The 4 vertical (or “hanging”) positions have a maximum variance of 35 seconds, from PU to PR. We could bring these all closer together. The 5 main positions for wristwatches are all but PR, which is the 6th position. If possible, we would like the largest error to be at PR—this is sometimes called “throwing the error into the 6th position” in the old books.
So it’s off to dynamic poising. As we have described in our “how to” series, you start by running the watch at low amplitude. This exaggerates the effects of poise errors. Just find the position where the watch is fastest, and you’ll know that the heavy spot in the balance is below the balance staff when the watch is at rest in that position.
Here are the readings of our Wostok 2409A at an amplitude of around 130 degrees.
The watch is running slow overall, but it is fastest—the least slow—in the PL position. The heavy spot is thus here, at the red pointer.
We correct poise errors by adding weight or removing weight. When the watch runs fast DU, we add weight; when it runs slow DU, we remove weight.
We can’t easily add weight to smooth balance wheels. You can remove weight, but it should be done slowly and carefully—you can’t put back what you took off. I nudged the regulator to make this watch run around -10 DU and then removed a tiny amount of weight.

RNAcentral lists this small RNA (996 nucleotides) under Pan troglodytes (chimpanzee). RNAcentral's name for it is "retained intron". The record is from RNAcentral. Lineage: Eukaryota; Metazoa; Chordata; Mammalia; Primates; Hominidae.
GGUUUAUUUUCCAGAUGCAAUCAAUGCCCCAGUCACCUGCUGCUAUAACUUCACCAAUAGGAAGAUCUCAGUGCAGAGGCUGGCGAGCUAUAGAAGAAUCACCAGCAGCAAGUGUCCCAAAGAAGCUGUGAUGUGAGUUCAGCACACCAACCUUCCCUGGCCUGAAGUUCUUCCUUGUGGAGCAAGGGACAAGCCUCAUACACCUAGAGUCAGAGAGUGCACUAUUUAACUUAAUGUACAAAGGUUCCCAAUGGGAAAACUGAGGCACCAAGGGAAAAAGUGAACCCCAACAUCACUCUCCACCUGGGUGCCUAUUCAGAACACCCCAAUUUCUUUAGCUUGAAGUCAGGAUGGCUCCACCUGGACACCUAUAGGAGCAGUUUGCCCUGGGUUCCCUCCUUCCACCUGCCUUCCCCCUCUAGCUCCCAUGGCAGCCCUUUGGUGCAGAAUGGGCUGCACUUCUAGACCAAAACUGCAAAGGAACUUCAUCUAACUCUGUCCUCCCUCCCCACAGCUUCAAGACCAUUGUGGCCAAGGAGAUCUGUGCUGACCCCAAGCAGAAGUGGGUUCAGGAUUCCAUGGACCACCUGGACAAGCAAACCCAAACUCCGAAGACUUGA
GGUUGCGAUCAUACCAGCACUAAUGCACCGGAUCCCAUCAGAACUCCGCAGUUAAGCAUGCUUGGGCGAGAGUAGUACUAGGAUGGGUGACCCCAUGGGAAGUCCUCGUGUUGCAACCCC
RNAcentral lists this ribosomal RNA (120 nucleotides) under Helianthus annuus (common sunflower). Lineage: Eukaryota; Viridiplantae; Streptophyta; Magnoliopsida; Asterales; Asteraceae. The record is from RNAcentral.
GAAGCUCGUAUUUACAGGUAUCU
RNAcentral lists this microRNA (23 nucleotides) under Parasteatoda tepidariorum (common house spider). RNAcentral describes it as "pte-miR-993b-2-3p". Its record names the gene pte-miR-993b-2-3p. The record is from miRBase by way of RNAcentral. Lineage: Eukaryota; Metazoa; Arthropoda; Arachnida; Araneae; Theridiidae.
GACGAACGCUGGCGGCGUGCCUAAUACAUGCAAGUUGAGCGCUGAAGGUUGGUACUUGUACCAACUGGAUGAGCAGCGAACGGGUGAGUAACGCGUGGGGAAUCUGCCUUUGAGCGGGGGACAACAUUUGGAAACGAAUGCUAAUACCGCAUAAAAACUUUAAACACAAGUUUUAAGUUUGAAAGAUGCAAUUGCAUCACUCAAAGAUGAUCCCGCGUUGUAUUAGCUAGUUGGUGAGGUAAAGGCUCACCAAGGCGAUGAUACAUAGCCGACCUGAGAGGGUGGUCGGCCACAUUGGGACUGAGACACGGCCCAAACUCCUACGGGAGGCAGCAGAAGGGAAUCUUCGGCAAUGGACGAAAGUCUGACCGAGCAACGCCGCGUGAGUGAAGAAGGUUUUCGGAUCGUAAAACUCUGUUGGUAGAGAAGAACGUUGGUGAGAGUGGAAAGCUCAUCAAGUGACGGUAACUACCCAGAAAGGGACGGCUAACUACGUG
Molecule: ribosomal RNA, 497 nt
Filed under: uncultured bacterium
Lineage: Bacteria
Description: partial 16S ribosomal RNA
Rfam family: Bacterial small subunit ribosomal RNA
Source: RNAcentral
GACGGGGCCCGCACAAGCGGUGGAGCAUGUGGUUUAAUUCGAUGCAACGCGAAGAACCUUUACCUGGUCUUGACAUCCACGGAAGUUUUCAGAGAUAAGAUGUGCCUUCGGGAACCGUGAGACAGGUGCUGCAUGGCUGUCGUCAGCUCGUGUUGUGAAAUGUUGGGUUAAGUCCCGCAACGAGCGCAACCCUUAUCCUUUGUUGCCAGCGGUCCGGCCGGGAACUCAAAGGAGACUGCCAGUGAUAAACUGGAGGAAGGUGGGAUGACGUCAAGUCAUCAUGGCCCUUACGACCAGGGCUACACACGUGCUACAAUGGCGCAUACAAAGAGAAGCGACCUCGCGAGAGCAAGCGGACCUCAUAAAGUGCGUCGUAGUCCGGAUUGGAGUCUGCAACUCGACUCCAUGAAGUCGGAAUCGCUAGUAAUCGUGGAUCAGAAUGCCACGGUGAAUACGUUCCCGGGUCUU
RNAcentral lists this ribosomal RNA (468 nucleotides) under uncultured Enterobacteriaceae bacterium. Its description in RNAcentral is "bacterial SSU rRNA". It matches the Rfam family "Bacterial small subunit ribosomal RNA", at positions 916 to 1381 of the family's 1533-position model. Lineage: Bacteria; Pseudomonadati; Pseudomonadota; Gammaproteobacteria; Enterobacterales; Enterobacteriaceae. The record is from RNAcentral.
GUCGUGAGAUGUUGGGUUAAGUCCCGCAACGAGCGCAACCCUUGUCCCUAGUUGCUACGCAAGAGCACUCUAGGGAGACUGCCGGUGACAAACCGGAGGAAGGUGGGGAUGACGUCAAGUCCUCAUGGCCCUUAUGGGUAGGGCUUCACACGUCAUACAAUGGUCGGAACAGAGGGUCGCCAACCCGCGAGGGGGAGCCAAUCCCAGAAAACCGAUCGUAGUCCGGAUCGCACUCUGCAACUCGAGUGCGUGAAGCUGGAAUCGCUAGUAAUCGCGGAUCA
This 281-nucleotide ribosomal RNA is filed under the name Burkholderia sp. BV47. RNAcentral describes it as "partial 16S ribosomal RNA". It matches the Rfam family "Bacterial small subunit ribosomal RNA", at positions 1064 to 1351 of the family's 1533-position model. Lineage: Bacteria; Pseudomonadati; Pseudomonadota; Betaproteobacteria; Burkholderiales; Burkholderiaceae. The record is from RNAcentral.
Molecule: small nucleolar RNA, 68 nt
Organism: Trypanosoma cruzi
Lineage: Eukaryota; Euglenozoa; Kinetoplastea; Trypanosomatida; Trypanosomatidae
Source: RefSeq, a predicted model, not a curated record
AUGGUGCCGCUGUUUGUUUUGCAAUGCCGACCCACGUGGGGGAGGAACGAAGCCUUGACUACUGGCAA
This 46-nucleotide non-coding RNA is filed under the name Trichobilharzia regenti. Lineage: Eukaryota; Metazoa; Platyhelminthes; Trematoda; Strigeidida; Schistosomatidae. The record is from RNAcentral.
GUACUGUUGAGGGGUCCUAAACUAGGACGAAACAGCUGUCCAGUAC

To do so, I used a small pivot drill (.35 mm) in a pin vise.
By hand, I gradually removed a small dimple of material from the underside of the balance wheel at that point. Slow and steady does it. I removed a tiny bit, checked the timing, and then removed a tiny bit more.
And here’s where we ended up.
This is appreciably better: the vertical positions are all closer to zero, and the biggest error (PR) is in the 6th position.
I hereby declare this watch adjusted. It runs much better than before and probably about as well as a rough and slightly wavy vintage Russian movement is going to run.
Cleaning the Case
Just as painting a room transforms it, simply cleaning a case and replacing the crystal makes it look like new again.
This watch has a chrome-plated case, so there isn’t much you can do to polish it. The plating will wear off if it is polished too heavily, and it will flake off if the case gets too hot. For this case, I simply scrubbed it with a toothbrush and hand soap and then cleaned it in my heated ultrasonic cleaner for around 10 minutes, and that was that.
It looks much better, but it still shows its age like the rest of us.
Like most Russian watches from this period, the case back originally had a light circular grain. Using the tips described in our post on circular finishes, I polished a deeper grain by using coarse emery paper. It looks nice.
Finding a crystal proved to be surprisingly tricky. The case has a channel for the crystal, which you can see between the case top and the reflective inner ring. The crystal’s wall has to be thin enough to fit in this channel. With some trial and error, I found a crystal (32.0 mm, if you’re curious) that I could friction-fit in the case.
The crown was surprisingly crusty. Even after soaking, heating, and ultrasonic cleaning, it had a thick black crust that had to be chipped off by hand.
That’s a sign that you need a new crown. I found a new one in my stash box.
This Russian watch is looking sharp.
I wore it for a few days, and it keeps good time, wears nicely on the wrist, and acts as a good conversation piece. So it is off to my friend, and I’m off to my stash, determined to get through the watches I already have before buying any more.